Six decades of Peace Corps in NepalThe US and Nepal have been steadfast friends not only as countries but also on the individual level.
Each year at this time, the Peace Corps notes the anniversary of the start of the programme in Nepal in 1962. On August 24 of that year—soon after President John F Kennedy created the Peace Corps—the governments of Nepal and the United States signed a bilateral agreement to authorise the Peace Corps’ operation in Nepal. Just a few weeks later, in September 1962, the first group of 77 volunteers consisting of teachers and agriculture specialists arrived in Kathmandu to live in and partner with Nepali communities. Since 1962, nearly 4,000 US citizens have arrived in Nepal to serve as volunteers for two years. These volunteers have lived in communities across the country and worked in multiple sectors.
On the anniversary, we note the achievements accomplished by our volunteers working in collaboration with their host communities and Nepali counterparts.
However, this year's anniversary has special significance in that it coincides with the return of Peace Corps volunteers after a three-year gap caused by the COVID-19 pandemic. On Peace Corps Nepal’s 61st birthday—August 24, 2023-21—English education and food security volunteers swore in to begin their two years of service. They are now living and serving in five districts in two provinces of Nepal.
The education volunteers serve in government schools teaching English targeted on classes 4-7, but more importantly, they work to build the capacity of the schools’ English language teachers who learn new skills that these teachers can apply throughout their careers. The food security volunteers serve in rural communities whose economies are tied to the land and work with farmers’ groups both to improve agricultural output and to increase the nutritional value of the meals these families serve, but also to produce high-value cash crops to increase family income.
This new group of volunteers continues the proud traditions of learning Nepali and integrating into their assigned host communities. Peace Corps believes that volunteers working with their community members can make progress on development challenges prioritised by the community.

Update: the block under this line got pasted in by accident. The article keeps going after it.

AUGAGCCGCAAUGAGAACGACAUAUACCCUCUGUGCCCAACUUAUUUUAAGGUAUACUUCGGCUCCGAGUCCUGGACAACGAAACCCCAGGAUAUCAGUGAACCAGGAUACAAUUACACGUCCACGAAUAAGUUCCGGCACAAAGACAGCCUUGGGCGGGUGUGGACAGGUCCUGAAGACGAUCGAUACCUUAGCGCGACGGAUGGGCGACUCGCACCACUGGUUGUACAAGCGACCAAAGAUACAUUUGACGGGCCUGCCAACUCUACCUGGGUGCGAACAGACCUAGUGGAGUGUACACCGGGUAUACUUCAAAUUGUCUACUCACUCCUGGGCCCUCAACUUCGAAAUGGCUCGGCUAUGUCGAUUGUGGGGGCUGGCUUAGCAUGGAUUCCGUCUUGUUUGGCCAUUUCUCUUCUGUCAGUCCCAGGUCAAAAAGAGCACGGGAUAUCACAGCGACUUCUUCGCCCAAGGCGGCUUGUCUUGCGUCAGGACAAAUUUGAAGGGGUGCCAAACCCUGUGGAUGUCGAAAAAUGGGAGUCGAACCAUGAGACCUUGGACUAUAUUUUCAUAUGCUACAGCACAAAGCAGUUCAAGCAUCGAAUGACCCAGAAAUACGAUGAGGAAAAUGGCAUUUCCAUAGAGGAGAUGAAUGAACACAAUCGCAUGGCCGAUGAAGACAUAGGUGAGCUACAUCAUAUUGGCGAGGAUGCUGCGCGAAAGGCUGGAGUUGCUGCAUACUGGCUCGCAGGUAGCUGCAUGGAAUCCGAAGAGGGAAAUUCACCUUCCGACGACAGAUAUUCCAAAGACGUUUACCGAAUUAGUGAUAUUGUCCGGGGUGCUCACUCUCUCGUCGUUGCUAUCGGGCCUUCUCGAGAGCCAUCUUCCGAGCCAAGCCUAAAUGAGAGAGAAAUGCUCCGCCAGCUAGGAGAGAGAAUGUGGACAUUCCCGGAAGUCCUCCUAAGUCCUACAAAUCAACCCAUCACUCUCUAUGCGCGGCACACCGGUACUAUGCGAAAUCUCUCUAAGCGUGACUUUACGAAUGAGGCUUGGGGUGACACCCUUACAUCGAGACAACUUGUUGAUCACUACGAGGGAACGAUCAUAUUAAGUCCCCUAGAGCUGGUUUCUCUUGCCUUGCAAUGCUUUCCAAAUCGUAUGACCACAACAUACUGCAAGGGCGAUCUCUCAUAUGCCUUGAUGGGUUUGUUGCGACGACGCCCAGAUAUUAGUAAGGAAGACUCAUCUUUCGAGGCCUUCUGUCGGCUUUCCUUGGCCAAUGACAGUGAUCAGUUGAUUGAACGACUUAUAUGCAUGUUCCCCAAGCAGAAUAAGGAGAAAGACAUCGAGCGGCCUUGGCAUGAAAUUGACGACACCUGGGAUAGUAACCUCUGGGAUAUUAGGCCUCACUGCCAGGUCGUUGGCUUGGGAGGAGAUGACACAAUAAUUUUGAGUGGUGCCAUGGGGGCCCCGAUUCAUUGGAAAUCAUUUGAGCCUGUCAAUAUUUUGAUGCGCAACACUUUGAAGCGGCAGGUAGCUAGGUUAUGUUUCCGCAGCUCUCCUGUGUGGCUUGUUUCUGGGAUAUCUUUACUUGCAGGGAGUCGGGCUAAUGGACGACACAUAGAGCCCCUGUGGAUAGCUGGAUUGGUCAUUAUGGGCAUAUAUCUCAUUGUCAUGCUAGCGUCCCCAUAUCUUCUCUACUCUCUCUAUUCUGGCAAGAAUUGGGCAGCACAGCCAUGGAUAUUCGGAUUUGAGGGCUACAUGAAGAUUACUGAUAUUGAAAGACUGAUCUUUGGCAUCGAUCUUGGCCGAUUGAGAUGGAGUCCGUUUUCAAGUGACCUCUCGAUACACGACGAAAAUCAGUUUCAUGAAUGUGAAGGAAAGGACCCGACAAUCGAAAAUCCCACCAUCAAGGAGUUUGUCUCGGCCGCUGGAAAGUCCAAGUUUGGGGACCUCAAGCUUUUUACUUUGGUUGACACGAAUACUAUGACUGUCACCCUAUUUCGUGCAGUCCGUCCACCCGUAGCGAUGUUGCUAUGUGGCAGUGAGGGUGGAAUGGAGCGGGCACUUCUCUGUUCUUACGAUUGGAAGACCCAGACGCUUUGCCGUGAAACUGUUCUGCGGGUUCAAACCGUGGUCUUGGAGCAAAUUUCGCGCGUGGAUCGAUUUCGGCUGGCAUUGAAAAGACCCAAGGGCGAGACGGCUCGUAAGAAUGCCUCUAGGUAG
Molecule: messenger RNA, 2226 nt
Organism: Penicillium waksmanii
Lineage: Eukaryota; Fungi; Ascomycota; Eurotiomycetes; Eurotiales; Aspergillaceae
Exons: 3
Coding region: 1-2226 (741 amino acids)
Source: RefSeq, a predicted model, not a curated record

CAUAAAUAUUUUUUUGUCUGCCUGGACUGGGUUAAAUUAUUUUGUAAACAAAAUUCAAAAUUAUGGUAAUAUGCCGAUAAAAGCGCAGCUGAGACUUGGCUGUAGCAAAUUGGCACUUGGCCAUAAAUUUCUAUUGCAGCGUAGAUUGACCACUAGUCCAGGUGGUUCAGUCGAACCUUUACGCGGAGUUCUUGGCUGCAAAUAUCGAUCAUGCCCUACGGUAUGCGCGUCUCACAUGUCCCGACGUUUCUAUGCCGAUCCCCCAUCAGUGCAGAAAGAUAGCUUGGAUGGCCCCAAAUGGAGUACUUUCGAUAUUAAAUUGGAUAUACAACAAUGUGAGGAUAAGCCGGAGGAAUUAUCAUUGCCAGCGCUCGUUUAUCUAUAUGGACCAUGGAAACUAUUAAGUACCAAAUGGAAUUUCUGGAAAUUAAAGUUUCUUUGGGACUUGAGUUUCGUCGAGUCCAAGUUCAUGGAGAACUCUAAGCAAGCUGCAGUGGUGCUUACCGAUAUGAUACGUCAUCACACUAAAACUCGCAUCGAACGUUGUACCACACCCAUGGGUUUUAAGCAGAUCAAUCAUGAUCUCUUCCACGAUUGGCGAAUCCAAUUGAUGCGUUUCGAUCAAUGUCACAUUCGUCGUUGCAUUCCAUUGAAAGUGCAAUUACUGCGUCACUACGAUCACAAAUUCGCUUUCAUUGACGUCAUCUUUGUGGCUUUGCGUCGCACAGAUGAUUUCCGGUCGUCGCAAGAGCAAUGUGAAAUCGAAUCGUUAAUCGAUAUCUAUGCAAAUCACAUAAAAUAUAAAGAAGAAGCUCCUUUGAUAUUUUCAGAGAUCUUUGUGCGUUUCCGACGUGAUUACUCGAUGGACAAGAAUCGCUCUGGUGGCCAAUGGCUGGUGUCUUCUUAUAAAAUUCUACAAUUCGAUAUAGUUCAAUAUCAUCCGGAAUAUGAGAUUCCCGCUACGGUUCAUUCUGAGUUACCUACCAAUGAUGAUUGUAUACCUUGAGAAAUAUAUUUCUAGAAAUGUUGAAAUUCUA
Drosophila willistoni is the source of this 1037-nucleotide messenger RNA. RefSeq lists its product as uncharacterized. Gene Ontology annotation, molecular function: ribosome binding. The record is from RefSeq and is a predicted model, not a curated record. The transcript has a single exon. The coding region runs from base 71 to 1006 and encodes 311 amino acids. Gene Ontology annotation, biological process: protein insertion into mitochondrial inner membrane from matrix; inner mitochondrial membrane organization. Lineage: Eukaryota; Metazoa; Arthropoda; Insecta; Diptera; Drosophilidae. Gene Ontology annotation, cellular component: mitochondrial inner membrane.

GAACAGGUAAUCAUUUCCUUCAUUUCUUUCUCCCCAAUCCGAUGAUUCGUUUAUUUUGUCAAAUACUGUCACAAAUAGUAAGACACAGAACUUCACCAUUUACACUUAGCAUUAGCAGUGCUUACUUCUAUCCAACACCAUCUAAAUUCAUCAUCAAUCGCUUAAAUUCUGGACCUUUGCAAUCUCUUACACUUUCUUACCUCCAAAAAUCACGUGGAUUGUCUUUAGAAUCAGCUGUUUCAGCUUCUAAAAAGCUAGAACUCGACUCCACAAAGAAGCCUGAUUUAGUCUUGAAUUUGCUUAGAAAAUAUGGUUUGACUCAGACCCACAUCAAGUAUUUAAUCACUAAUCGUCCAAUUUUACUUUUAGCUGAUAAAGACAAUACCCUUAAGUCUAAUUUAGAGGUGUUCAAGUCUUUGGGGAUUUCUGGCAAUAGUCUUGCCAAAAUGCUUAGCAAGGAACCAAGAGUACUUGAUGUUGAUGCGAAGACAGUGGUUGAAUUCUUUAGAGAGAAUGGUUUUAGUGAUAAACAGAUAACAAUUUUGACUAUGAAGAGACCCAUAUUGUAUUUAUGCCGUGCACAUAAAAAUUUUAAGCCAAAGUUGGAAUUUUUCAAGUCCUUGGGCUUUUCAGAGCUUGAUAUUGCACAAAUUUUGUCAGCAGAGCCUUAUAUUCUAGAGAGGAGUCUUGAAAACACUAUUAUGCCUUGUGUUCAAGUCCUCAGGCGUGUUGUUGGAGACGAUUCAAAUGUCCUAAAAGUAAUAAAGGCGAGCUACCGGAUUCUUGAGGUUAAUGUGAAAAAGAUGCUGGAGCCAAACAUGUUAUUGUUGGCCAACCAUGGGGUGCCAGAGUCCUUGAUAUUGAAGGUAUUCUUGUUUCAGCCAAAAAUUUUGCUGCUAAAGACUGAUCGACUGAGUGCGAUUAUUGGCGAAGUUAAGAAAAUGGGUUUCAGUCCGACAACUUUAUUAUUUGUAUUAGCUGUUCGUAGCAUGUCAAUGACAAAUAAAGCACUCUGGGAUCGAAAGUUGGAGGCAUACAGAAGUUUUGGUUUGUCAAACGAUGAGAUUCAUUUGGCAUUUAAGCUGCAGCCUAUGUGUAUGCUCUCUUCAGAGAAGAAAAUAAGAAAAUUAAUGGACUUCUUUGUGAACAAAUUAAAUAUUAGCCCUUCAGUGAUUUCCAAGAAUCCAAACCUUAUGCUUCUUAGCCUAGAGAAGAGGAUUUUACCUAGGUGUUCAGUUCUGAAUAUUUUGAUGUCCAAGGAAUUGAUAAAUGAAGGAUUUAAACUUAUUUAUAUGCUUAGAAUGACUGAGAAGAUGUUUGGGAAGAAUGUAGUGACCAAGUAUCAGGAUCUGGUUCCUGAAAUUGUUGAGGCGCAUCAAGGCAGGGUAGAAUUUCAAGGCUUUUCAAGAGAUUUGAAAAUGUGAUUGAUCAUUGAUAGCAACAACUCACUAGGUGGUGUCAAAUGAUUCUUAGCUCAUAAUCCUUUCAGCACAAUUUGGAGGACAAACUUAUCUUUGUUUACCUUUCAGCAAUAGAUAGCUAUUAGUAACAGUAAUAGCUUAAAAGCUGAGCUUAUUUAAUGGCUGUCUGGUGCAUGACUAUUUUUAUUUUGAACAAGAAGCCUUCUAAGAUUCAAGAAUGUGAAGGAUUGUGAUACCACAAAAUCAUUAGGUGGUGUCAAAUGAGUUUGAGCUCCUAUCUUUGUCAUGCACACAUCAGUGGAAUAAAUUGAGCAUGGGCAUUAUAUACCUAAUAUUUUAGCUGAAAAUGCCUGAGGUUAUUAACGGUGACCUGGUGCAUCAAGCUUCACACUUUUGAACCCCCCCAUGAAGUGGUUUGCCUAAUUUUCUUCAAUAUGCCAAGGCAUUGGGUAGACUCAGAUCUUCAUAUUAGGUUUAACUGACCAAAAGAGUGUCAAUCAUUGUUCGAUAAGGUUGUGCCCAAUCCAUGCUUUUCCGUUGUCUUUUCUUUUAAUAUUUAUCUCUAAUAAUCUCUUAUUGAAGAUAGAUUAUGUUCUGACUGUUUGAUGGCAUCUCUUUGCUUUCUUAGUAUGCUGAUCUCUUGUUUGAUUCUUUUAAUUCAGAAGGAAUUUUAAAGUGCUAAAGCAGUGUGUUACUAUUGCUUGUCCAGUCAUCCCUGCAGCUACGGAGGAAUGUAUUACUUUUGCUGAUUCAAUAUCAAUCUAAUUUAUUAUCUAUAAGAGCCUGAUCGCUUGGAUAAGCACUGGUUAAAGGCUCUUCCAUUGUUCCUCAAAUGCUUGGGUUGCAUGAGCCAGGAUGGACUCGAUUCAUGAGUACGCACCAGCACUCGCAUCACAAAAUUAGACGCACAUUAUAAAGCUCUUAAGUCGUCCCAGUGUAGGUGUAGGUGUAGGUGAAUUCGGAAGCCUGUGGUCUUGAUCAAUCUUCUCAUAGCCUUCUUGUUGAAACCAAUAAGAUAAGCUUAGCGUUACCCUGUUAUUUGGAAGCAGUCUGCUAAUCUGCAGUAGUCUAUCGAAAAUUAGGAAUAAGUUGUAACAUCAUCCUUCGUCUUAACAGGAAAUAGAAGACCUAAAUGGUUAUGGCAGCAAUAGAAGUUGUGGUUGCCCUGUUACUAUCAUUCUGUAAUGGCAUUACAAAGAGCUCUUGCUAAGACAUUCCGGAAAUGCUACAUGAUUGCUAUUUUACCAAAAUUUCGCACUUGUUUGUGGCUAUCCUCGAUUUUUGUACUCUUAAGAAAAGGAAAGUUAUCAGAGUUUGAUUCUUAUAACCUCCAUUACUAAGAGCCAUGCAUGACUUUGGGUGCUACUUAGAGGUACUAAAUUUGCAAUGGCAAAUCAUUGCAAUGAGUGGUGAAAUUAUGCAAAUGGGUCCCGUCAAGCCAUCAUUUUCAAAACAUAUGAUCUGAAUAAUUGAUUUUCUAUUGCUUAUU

However, just as important as the technical work that volunteers complete are the people-to-people bonds they create. Peace Corps volunteers live in Nepali communities and reside with Nepali host families. They drink morning chiya and eat daal bhaat with their families. They work daily with Nepali teachers, farmers, and school children, learning and speaking Nepali. These close relationships create lasting bonds—bonds based on mutual respect and understanding.
And these bonds last generations. In my job as Country Director, I often meet Nepalis of all ages and professions who tell me a story about having lived or worked with or learned from a Peace Corps volunteer in the 1960s or a later decade. They reminisce fondly about the relationship and the Volunteer's impact on them. One such story is that of my friend Sarita Neupane. I met Sarita many years ago when our children attended the same school in Kathmandu. When Sarita learned I worked for the Peace Corps, she immediately told me about growing up in rural Lamjung District and having a Peace Corps Volunteer teacher in her school. The Volunteer’s name was David Walker, and according to Sarita, Mr Walker not only taught her English but encouraged her to go forward in her studies. In fact, Sarita later got a PhD in the United States and subsequently worked for many years in health and nutrition in multiple countries for UNICEF. Another example is Nepal’s current Foreign Secretary, Mr Bharat Raj Paudyal, who was the chief guest at the Peace Corps’ recent swearing-in ceremony. Secretary Paudyal mentioned that he, too, had been taught by a Peace Corps volunteer in his youth in the Syangja district and remembered that experience fondly.
These stories are not unique and are powerful examples of how Peace Corps volunteers create lasting relationships between the citizens of our two countries.
But these stories are not being told just in Nepal. The Peace Corps volunteers return home to the US and fulfil an important Peace Corps goal of “bringing the world” back home. Former volunteers from Nepal tell their American friends and families about Nepal, cook daal bhaat for their American families, and make Nepal a familiar place to Americans and not a far-away one.
Through these six decades, the US and Nepal have been steadfast friends not only as countries but also as individual friends of Nepalis and US volunteers. For these friendships, the Peace Corps wishes to express gratitude to the Nepali government and communities that have hosted volunteers since 1962. We look forward to continuing our partnership so that future generations also have their own stories to tell about the Peace Corps volunteers in their communities.